This celebrated work was published by the American Artists Group in an unsigned, unlimited edition. Burne-Jones records an AAG order to the lithographer George Miller of 1000 impressions, although the scarcity of the work suggests that the limitation may not have been filled. This impression is one of a small number signed and titled in pencil by the artist.
AAG's stated purpose was to make meaningful art available to as wide a public as possible. On the original AAG label, included with this print, Kent poked fun at the fascination with pencil signed prints: "upon the receipt of this print and ten dollars I will affix my signature to it and return it properly packed and insured to the sender. But, dear collector, don't waste your money." This was during the depths of the Depression, when every dollar counted: the man and woman Kent depicts have apparently lost their home.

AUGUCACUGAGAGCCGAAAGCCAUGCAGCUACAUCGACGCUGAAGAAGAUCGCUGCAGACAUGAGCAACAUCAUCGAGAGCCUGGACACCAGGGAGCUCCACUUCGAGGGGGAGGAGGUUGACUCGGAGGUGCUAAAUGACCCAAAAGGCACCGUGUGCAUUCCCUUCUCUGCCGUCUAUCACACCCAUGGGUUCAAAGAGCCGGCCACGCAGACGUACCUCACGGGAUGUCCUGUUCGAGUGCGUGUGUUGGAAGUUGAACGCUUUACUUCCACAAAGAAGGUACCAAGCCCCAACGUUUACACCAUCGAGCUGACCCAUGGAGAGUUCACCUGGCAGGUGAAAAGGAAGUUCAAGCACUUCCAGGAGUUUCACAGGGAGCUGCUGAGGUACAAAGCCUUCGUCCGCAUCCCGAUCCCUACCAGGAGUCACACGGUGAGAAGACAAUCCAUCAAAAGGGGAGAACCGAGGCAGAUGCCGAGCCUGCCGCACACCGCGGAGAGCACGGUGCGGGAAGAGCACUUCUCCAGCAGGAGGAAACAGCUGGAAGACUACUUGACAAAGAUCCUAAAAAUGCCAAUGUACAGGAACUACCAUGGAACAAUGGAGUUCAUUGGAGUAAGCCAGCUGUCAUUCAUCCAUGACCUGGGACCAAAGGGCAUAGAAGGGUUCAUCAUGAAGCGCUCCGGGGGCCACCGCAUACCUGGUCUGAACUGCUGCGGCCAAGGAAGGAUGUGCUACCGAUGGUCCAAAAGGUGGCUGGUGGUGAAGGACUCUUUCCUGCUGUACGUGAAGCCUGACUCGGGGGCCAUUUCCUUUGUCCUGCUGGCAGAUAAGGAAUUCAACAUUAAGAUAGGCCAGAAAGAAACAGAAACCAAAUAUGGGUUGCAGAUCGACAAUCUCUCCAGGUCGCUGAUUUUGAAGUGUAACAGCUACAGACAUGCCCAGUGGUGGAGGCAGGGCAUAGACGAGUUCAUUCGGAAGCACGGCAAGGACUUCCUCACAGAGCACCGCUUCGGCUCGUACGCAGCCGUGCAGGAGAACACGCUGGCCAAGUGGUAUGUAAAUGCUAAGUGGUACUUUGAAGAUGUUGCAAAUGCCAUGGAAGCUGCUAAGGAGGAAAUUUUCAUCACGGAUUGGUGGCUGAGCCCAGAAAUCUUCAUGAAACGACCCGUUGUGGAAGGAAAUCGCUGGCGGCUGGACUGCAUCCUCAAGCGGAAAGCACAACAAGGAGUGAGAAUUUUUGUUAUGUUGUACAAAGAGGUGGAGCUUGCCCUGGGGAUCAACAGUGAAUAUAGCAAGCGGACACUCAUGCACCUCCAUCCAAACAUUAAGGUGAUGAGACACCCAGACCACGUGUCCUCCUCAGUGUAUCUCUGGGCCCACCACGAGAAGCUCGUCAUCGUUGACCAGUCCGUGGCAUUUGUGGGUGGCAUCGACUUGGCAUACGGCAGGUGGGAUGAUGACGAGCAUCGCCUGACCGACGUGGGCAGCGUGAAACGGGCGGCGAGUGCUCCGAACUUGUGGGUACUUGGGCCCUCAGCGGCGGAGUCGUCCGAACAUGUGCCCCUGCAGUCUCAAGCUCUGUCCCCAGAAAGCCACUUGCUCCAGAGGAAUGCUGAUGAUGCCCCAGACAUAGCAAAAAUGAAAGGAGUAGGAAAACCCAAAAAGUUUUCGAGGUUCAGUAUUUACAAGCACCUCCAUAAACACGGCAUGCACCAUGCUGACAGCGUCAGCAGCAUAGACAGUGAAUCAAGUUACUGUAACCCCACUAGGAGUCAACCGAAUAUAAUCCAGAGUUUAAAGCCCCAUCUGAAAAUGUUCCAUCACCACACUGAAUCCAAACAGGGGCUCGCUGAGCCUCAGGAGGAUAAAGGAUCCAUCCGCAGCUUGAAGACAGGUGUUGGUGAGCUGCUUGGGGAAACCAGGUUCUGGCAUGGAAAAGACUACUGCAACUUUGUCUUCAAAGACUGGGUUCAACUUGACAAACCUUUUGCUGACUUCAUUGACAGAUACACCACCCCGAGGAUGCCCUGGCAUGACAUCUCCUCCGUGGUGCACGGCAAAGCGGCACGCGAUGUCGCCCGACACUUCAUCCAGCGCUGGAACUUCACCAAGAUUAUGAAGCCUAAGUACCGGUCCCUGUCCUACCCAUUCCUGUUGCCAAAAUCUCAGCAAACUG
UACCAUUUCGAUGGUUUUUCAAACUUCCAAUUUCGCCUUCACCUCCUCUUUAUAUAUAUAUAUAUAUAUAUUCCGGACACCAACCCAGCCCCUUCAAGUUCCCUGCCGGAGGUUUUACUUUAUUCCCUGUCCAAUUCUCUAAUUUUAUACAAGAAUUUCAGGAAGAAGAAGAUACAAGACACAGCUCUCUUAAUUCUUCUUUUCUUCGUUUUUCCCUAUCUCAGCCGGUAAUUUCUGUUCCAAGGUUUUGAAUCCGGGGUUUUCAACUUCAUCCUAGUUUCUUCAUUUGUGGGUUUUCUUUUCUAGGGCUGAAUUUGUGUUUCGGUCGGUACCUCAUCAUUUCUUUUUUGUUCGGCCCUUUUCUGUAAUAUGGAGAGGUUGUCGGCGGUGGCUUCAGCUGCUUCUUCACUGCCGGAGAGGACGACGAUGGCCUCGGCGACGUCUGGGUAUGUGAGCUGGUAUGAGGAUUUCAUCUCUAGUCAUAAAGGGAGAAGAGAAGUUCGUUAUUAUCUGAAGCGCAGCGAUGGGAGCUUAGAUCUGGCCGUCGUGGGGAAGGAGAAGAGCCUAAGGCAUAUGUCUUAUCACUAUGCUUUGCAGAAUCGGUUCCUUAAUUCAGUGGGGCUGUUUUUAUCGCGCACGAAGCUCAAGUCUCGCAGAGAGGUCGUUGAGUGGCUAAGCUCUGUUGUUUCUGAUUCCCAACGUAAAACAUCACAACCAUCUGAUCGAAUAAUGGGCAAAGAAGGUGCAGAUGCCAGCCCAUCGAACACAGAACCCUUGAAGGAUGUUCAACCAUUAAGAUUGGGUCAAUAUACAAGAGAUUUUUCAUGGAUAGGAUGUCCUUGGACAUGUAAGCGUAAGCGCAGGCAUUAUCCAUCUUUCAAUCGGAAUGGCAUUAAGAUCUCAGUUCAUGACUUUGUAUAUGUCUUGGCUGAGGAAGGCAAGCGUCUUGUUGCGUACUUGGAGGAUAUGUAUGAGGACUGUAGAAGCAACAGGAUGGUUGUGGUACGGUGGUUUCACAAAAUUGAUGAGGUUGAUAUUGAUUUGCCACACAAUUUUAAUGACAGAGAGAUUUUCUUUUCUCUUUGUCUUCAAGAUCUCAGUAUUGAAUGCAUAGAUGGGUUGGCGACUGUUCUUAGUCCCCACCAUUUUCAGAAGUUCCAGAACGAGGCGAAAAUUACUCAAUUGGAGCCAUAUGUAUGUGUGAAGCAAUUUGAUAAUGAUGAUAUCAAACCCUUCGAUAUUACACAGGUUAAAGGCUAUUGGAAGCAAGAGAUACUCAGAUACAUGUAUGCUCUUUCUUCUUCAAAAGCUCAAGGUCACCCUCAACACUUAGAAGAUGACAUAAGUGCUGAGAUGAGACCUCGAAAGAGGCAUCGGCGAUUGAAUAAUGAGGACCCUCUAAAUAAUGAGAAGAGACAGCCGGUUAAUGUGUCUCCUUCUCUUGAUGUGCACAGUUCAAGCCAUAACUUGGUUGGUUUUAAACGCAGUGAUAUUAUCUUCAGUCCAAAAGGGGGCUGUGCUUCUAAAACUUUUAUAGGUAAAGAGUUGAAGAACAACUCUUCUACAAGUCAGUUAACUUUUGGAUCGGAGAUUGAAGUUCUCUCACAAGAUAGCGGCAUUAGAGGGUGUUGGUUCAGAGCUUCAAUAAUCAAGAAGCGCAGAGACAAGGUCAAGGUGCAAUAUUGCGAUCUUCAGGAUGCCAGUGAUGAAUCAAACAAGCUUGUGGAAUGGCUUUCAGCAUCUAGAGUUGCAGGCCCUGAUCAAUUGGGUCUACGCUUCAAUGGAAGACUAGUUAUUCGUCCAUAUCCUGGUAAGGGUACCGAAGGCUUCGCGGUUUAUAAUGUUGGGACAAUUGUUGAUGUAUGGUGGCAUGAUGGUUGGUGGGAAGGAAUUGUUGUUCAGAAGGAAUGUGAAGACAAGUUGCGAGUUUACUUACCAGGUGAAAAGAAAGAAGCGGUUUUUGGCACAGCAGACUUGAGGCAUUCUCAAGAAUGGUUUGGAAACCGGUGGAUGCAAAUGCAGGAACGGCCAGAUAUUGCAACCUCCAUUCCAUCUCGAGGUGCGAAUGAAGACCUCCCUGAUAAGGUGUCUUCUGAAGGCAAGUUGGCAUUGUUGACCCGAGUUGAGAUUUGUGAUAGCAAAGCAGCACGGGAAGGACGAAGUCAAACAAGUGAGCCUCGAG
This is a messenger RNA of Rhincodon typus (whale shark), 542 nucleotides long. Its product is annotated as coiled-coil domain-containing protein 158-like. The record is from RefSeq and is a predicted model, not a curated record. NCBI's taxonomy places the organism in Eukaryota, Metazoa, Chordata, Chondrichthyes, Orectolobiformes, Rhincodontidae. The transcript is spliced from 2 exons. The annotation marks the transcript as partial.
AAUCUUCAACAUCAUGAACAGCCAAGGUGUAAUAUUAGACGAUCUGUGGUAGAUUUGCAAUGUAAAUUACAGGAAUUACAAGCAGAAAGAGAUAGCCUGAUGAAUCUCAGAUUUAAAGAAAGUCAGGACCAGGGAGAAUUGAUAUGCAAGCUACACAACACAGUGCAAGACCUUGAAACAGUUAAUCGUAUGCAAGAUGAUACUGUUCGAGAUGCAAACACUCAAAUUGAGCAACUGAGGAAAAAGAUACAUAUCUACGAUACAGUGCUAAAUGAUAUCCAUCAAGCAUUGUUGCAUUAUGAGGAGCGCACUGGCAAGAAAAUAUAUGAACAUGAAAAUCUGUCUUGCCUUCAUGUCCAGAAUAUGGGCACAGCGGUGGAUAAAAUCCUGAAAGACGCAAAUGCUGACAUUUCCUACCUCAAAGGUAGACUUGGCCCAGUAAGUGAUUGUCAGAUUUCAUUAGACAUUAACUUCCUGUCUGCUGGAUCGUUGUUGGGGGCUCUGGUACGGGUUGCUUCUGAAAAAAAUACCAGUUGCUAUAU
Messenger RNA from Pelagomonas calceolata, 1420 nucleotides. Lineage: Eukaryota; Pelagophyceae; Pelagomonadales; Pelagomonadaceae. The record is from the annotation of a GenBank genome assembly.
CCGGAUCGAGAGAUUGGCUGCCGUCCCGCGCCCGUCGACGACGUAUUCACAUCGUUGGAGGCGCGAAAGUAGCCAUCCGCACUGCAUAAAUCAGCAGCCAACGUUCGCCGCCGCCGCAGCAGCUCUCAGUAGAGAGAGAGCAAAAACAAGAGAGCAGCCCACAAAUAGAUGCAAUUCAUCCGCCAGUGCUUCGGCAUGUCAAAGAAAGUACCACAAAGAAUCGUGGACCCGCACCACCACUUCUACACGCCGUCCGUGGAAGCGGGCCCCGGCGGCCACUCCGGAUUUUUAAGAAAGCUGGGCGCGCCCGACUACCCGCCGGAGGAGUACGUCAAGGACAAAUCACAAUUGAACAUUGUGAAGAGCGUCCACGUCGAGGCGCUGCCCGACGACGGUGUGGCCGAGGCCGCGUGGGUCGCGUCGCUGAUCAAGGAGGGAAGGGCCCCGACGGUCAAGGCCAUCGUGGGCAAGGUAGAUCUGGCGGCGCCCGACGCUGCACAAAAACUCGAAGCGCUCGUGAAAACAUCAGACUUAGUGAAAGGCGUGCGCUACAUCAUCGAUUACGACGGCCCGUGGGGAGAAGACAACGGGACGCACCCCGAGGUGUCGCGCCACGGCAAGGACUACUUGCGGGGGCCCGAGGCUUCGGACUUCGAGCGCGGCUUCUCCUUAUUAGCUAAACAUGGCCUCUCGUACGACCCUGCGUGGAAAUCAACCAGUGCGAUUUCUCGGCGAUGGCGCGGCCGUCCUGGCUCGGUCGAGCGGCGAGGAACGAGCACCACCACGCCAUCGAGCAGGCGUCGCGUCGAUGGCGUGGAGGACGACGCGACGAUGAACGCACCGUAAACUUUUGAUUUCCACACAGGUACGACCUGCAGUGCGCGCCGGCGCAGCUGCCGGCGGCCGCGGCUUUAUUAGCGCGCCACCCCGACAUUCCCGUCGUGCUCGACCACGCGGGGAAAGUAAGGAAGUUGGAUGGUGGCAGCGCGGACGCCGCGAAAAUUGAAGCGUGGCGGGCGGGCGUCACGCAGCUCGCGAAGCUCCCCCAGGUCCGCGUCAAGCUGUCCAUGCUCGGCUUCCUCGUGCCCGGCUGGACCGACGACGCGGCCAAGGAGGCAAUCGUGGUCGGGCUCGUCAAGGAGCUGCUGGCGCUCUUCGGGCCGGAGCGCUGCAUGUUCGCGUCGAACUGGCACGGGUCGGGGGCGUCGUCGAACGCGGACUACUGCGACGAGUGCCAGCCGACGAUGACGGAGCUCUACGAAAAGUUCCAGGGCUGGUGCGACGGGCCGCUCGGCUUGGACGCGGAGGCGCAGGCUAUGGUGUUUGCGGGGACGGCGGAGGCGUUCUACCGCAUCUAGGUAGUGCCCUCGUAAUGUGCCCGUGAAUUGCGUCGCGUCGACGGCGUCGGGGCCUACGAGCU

Reproduced: The New York Woman magazine, Sept. 30, 1936; America Today (1936) a book of 100 prints chosen by the American Artist Congress; Fine Prints Old and New, Carl Zigrosser, 1937; illustration for the article “Rockwell Kent “ by Carl Zigrosser, Print Collector’s Quarterly; Rockwell Kent, Andre Chegodaev, 1963.
Exhibited: "Hobos to Street People: Artists’ Response to Homelessness from the New Deal to the Present." This exhibition featured the works of more than 45 artists working over the last 75 years to document the tragedy of homelessness and the government’s role in the crisis. Travelling exhibition, California Historical Society, 2009.
Collections: Addison Gallery of American Art;, Phillips Academy, MA; Akron Art Institute, OH; Burne-Jones Collection;, IL; Hermitage Museum, Lenningrad, USSR; Franklin Collection, NY; Kent Collection, NY; Philadelphia Musuem of Art, PA; Seattle Art Museum, WA.